When combining transmit diversity or beamforming antennas with advanced adaptive transmission concepts, e.g. fast channel dependent scheduling and link adaptation of a high power and high data rate channel, the interference experienced by different users changes at the same rate as the transmit weights are changed. In studies of high speed downlink packet access (HSDPA) in 3rd generation communication systems, it has turned out that this can cause a severe mismatch between the measured channel quality and the quality, which is experienced during transmission. It might even suggest that performance with a fixed multibeam antenna or closed loop transmit diversity could be worse than performance with single antenna transmission if only one user at a time with different transmit weights/beams is scheduled. One way to solve this is to make sure that the generated interference always looks similar, despite the fact that different users are scheduled and different weights are used. One simple approach is to always transmit energy in “all directions” by means of scheduling.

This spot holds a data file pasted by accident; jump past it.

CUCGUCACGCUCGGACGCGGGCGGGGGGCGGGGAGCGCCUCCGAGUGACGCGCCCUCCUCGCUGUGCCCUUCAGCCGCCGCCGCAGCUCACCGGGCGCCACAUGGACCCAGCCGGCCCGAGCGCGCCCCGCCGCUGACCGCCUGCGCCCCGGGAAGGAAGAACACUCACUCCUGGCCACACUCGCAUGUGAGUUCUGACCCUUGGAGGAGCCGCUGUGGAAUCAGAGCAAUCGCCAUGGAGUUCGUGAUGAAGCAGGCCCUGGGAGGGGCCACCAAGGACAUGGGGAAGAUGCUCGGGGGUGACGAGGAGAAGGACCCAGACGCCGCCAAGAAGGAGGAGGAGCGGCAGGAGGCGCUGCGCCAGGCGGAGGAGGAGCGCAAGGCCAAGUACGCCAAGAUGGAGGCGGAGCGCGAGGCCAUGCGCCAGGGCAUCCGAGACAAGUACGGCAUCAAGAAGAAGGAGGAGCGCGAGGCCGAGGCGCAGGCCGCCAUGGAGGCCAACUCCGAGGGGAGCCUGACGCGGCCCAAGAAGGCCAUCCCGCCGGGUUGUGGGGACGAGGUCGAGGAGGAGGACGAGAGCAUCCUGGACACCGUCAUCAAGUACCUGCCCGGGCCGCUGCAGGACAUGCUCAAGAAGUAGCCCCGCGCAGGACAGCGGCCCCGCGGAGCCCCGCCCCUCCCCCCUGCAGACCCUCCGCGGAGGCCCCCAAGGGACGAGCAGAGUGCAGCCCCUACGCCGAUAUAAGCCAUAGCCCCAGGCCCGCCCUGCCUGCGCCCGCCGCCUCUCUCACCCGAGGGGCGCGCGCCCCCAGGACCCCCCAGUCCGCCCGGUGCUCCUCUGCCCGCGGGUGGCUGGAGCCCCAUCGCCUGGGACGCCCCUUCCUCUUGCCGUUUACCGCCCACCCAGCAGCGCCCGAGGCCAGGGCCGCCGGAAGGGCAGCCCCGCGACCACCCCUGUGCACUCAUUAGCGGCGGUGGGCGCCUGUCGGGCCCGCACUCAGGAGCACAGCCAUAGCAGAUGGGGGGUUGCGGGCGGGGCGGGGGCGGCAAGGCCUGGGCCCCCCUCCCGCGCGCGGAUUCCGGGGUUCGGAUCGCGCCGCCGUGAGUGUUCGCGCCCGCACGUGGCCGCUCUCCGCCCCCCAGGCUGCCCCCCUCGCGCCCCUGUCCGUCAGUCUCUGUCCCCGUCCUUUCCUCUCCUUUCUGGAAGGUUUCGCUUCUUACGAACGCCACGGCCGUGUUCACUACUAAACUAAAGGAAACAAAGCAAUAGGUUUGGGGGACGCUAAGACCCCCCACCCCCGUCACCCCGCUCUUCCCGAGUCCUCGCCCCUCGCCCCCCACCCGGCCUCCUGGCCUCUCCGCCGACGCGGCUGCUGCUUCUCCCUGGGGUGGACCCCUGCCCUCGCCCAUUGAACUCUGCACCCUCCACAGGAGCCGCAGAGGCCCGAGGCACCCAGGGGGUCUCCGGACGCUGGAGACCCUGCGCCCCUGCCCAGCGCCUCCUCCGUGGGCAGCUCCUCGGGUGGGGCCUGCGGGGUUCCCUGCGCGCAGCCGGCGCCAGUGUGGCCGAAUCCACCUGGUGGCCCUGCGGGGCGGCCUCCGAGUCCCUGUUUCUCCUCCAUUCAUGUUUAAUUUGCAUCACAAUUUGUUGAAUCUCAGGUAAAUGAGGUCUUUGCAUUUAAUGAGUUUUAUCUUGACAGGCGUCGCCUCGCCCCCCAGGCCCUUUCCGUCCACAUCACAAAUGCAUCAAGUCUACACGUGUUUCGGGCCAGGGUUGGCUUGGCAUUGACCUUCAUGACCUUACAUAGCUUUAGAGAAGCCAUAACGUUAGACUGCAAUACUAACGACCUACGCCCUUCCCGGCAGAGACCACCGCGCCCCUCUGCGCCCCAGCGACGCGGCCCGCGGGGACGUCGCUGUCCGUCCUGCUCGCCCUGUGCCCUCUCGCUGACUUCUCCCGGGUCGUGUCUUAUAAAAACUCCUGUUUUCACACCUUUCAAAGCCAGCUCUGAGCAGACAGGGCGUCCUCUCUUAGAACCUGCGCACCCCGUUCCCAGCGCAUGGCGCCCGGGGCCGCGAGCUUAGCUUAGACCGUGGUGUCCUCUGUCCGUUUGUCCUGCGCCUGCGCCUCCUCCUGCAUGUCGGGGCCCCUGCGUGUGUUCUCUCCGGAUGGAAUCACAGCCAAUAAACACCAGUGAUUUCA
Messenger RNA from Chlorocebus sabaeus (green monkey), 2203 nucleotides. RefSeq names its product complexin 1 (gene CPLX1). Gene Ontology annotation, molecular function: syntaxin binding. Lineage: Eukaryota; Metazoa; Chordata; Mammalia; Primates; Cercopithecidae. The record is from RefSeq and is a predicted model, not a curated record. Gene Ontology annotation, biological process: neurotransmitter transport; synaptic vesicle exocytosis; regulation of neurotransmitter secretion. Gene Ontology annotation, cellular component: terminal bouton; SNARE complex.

When defining transport formats, in terms of complex weights, for spatial multiplexing communication systems it has been observed to be a disadvantage that the feedback information for channel measurements by mobile terminals in such systems is insufficient, in particular with regard to advanced transmission channel handling applying channel dependent link adaptation and fast scheduling of transmission resources.
Typically, such terminal measurements can only consider their own current transmission conditions but cannot predict, e.g., consequences when the base station changes said transport formats in the sense that the number of data streams and their associated complex transmit weights are changed. In addition to this, the terminals will only report the expected channel quality from a single link perspective, and given that the base station applies transport formats, in terms of complex transmit weights that the terminal regards to be most appropriate.
It is thus an object of the present invention to achieve a spatial multiplexing system comprising a method for increasing the flexibility for allocation of available transport resources.
The present invention starts from two basic ideas: The number of defined spatial transport formats and the formats themselves in terms of transmit weights and available transmit power in the spatial multiplexing system must not be fixed but rather be regarded as a variable parameter depending, inter alia, on traffic requirements and channel conditions of the mobile terminals and the cell area in addition to interference management conditions. Further, the efficiency of the resource allocation depends to a high degree on an adequate feedback on adapted transport formats to the base station.